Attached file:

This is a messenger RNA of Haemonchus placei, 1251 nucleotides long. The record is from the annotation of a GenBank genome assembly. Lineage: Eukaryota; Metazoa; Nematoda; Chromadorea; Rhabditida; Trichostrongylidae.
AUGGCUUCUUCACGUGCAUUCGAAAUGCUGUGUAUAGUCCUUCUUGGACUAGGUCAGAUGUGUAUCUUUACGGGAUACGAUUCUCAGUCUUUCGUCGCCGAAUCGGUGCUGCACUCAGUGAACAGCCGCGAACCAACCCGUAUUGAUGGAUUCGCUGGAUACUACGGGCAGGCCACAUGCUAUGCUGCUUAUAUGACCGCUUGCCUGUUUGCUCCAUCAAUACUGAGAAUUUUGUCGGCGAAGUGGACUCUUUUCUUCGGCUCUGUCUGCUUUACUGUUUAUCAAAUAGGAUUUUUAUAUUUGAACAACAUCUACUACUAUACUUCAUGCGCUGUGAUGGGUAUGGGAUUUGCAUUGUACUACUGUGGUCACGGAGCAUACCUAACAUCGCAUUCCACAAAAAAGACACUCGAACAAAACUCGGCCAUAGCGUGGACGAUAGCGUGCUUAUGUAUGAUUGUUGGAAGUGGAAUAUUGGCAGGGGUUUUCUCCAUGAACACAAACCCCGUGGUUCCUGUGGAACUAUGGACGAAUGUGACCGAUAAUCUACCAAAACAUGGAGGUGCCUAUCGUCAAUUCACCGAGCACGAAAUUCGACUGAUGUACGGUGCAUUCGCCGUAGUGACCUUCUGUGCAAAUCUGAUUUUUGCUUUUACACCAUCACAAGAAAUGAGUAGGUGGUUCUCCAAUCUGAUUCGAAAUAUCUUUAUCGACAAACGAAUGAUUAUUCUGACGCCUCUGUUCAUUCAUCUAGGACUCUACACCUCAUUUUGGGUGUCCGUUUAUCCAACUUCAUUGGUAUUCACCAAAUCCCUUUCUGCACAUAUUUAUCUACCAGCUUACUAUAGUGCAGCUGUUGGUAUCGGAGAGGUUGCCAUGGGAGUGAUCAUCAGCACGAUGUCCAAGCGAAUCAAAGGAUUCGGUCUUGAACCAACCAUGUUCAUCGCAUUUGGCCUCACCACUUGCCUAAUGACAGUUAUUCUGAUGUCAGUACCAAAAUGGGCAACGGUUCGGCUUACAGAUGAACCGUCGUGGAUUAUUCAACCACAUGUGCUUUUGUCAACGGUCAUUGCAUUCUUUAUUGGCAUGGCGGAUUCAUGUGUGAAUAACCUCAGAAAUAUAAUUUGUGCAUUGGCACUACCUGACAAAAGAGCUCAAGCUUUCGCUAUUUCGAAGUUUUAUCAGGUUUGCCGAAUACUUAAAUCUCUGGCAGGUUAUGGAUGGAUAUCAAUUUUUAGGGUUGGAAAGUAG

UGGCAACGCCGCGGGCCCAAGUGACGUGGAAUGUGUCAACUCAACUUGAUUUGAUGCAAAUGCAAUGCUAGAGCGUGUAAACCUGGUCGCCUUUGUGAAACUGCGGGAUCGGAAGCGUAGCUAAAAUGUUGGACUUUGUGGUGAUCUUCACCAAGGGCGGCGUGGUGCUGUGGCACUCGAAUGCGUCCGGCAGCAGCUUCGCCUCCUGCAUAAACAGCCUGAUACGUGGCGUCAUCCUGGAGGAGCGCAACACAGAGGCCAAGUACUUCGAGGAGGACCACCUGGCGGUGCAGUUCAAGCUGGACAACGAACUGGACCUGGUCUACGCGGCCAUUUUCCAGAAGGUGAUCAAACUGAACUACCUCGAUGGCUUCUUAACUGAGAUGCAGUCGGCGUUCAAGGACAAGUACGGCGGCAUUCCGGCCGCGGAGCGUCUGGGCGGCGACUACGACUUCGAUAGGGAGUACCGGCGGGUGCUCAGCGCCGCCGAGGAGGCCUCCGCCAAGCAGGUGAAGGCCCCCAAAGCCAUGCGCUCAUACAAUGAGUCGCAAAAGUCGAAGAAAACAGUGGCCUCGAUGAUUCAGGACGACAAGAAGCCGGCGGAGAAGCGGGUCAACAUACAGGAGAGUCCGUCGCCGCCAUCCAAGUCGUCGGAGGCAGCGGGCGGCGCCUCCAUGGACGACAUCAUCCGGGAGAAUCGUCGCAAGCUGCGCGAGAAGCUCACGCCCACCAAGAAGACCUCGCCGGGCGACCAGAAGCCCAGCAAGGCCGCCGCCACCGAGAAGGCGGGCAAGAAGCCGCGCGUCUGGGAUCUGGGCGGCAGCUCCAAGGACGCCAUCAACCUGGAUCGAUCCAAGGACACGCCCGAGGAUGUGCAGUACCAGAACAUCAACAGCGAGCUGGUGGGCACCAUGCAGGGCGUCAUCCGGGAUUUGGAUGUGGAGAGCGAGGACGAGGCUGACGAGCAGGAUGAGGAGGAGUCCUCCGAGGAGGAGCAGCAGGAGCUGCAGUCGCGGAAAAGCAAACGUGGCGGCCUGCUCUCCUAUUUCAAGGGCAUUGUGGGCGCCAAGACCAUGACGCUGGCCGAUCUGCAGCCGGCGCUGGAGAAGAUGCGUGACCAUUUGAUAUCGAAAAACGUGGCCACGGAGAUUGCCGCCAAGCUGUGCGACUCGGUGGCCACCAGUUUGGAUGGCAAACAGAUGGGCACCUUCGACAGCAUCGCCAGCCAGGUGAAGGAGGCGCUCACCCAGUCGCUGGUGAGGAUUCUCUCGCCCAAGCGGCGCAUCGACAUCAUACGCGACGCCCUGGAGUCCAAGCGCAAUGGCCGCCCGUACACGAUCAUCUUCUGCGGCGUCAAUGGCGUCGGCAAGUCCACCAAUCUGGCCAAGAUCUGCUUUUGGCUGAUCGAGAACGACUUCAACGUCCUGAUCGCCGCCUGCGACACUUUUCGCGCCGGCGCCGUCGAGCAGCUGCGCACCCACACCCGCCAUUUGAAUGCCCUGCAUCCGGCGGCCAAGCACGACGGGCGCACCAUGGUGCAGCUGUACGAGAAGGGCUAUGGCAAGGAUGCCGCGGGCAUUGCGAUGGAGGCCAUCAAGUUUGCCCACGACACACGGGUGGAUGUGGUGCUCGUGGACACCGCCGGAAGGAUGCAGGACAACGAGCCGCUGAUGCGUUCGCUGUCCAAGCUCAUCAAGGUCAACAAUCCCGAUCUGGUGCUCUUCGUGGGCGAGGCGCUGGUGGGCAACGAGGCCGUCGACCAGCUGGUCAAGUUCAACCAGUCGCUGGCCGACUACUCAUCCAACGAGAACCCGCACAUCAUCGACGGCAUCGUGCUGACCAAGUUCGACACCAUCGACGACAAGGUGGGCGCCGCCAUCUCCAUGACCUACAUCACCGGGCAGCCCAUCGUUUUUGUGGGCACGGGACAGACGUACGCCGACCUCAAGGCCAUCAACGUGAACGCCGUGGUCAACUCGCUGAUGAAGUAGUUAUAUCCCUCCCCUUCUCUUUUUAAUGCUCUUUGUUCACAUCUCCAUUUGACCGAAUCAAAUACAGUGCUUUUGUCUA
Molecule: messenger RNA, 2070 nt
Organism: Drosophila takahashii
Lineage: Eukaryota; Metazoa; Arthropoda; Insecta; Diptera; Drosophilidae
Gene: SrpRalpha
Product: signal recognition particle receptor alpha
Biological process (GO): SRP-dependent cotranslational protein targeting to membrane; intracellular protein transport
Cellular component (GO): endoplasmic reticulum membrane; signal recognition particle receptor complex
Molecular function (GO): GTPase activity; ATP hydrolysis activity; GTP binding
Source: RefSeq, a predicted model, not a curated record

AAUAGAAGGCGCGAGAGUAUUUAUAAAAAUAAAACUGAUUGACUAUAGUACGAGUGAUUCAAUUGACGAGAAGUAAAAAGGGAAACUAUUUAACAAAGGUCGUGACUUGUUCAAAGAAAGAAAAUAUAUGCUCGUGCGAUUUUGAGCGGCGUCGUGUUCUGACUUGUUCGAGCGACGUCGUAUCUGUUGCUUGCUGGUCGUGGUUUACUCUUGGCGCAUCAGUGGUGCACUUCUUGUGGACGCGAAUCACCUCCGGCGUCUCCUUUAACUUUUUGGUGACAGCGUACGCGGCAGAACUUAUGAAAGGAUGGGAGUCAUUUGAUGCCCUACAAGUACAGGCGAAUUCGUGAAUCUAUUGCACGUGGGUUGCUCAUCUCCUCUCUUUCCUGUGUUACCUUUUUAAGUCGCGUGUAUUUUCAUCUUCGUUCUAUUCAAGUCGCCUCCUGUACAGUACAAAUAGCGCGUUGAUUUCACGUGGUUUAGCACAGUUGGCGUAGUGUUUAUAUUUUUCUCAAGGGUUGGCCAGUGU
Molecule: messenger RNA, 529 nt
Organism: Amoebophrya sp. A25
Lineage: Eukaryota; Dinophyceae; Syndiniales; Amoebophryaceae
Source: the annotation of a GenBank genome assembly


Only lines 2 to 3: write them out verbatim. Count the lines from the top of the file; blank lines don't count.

AUGGCUUCUUCACGUGCAUUCGAAAUGCUGUGUAUAGUCCUUCUUGGACUAGGUCAGAUGUGUAUCUUUACGGGAUACGAUUCUCAGUCUUUCGUCGCCGAAUCGGUGCUGCACUCAGUGAACAGCCGCGAACCAACCCGUAUUGAUGGAUUCGCUGGAUACUACGGGCAGGCCACAUGCUAUGCUGCUUAUAUGACCGCUUGCCUGUUUGCUCCAUCAAUACUGAGAAUUUUGUCGGCGAAGUGGACUCUUUUCUUCGGCUCUGUCUGCUUUACUGUUUAUCAAAUAGGAUUUUUAUAUUUGAACAACAUCUACUACUAUACUUCAUGCGCUGUGAUGGGUAUGGGAUUUGCAUUGUACUACUGUGGUCACGGAGCAUACCUAACAUCGCAUUCCACAAAAAAGACACUCGAACAAAACUCGGCCAUAGCGUGGACGAUAGCGUGCUUAUGUAUGAUUGUUGGAAGUGGAAUAUUGGCAGGGGUUUUCUCCAUGAACACAAACCCCGUGGUUCCUGUGGAACUAUGGACGAAUGUGACCGAUAAUCUACCAAAACAUGGAGGUGCCUAUCGUCAAUUCACCGAGCACGAAAUUCGACUGAUGUACGGUGCAUUCGCCGUAGUGACCUUCUGUGCAAAUCUGAUUUUUGCUUUUACACCAUCACAAGAAAUGAGUAGGUGGUUCUCCAAUCUGAUUCGAAAUAUCUUUAUCGACAAACGAAUGAUUAUUCUGACGCCUCUGUUCAUUCAUCUAGGACUCUACACCUCAUUUUGGGUGUCCGUUUAUCCAACUUCAUUGGUAUUCACCAAAUCCCUUUCUGCACAUAUUUAUCUACCAGCUUACUAUAGUGCAGCUGUUGGUAUCGGAGAGGUUGCCAUGGGAGUGAUCAUCAGCACGAUGUCCAAGCGAAUCAAAGGAUUCGGUCUUGAACCAACCAUGUUCAUCGCAUUUGGCCUCACCACUUGCCUAAUGACAGUUAUUCUGAUGUCAGUACCAAAAUGGGCAACGGUUCGGCUUACAGAUGAACCGUCGUGGAUUAUUCAACCACAUGUGCUUUUGUCAACGGUCAUUGCAUUCUUUAUUGGCAUGGCGGAUUCAUGUGUGAAUAACCUCAGAAAUAUAAUUUGUGCAUUGGCACUACCUGACAAAAGAGCUCAAGCUUUCGCUAUUUCGAAGUUUUAUCAGGUUUGCCGAAUACUUAAAUCUCUGGCAGGUUAUGGAUGGAUAUCAAUUUUUAGGGUUGGAAAGUAG

UGGCAACGCCGCGGGCCCAAGUGACGUGGAAUGUGUCAACUCAACUUGAUUUGAUGCAAAUGCAAUGCUAGAGCGUGUAAACCUGGUCGCCUUUGUGAAACUGCGGGAUCGGAAGCGUAGCUAAAAUGUUGGACUUUGUGGUGAUCUUCACCAAGGGCGGCGUGGUGCUGUGGCACUCGAAUGCGUCCGGCAGCAGCUUCGCCUCCUGCAUAAACAGCCUGAUACGUGGCGUCAUCCUGGAGGAGCGCAACACAGAGGCCAAGUACUUCGAGGAGGACCACCUGGCGGUGCAGUUCAAGCUGGACAACGAACUGGACCUGGUCUACGCGGCCAUUUUCCAGAAGGUGAUCAAACUGAACUACCUCGAUGGCUUCUUAACUGAGAUGCAGUCGGCGUUCAAGGACAAGUACGGCGGCAUUCCGGCCGCGGAGCGUCUGGGCGGCGACUACGACUUCGAUAGGGAGUACCGGCGGGUGCUCAGCGCCGCCGAGGAGGCCUCCGCCAAGCAGGUGAAGGCCCCCAAAGCCAUGCGCUCAUACAAUGAGUCGCAAAAGUCGAAGAAAACAGUGGCCUCGAUGAUUCAGGACGACAAGAAGCCGGCGGAGAAGCGGGUCAACAUACAGGAGAGUCCGUCGCCGCCAUCCAAGUCGUCGGAGGCAGCGGGCGGCGCCUCCAUGGACGACAUCAUCCGGGAGAAUCGUCGCAAGCUGCGCGAGAAGCUCACGCCCACCAAGAAGACCUCGCCGGGCGACCAGAAGCCCAGCAAGGCCGCCGCCACCGAGAAGGCGGGCAAGAAGCCGCGCGUCUGGGAUCUGGGCGGCAGCUCCAAGGACGCCAUCAACCUGGAUCGAUCCAAGGACACGCCCGAGGAUGUGCAGUACCAGAACAUCAACAGCGAGCUGGUGGGCACCAUGCAGGGCGUCAUCCGGGAUUUGGAUGUGGAGAGCGAGGACGAGGCUGACGAGCAGGAUGAGGAGGAGUCCUCCGAGGAGGAGCAGCAGGAGCUGCAGUCGCGGAAAAGCAAACGUGGCGGCCUGCUCUCCUAUUUCAAGGGCAUUGUGGGCGCCAAGACCAUGACGCUGGCCGAUCUGCAGCCGGCGCUGGAGAAGAUGCGUGACCAUUUGAUAUCGAAAAACGUGGCCACGGAGAUUGCCGCCAAGCUGUGCGACUCGGUGGCCACCAGUUUGGAUGGCAAACAGAUGGGCACCUUCGACAGCAUCGCCAGCCAGGUGAAGGAGGCGCUCACCCAGUCGCUGGUGAGGAUUCUCUCGCCCAAGCGGCGCAUCGACAUCAUACGCGACGCCCUGGAGUCCAAGCGCAAUGGCCGCCCGUACACGAUCAUCUUCUGCGGCGUCAAUGGCGUCGGCAAGUCCACCAAUCUGGCCAAGAUCUGCUUUUGGCUGAUCGAGAACGACUUCAACGUCCUGAUCGCCGCCUGCGACACUUUUCGCGCCGGCGCCGUCGAGCAGCUGCGCACCCACACCCGCCAUUUGAAUGCCCUGCAUCCGGCGGCCAAGCACGACGGGCGCACCAUGGUGCAGCUGUACGAGAAGGGCUAUGGCAAGGAUGCCGCGGGCAUUGCGAUGGAGGCCAUCAAGUUUGCCCACGACACACGGGUGGAUGUGGUGCUCGUGGACACCGCCGGAAGGAUGCAGGACAACGAGCCGCUGAUGCGUUCGCUGUCCAAGCUCAUCAAGGUCAACAAUCCCGAUCUGGUGCUCUUCGUGGGCGAGGCGCUGGUGGGCAACGAGGCCGUCGACCAGCUGGUCAAGUUCAACCAGUCGCUGGCCGACUACUCAUCCAACGAGAACCCGCACAUCAUCGACGGCAUCGUGCUGACCAAGUUCGACACCAUCGACGACAAGGUGGGCGCCGCCAUCUCCAUGACCUACAUCACCGGGCAGCCCAUCGUUUUUGUGGGCACGGGACAGACGUACGCCGACCUCAAGGCCAUCAACGUGAACGCCGUGGUCAACUCGCUGAUGAAGUAGUUAUAUCCCUCCCCUUCUCUUUUUAAUGCUCUUUGUUCACAUCUCCAUUUGACCGAAUCAAAUACAGUGCUUUUGUCUA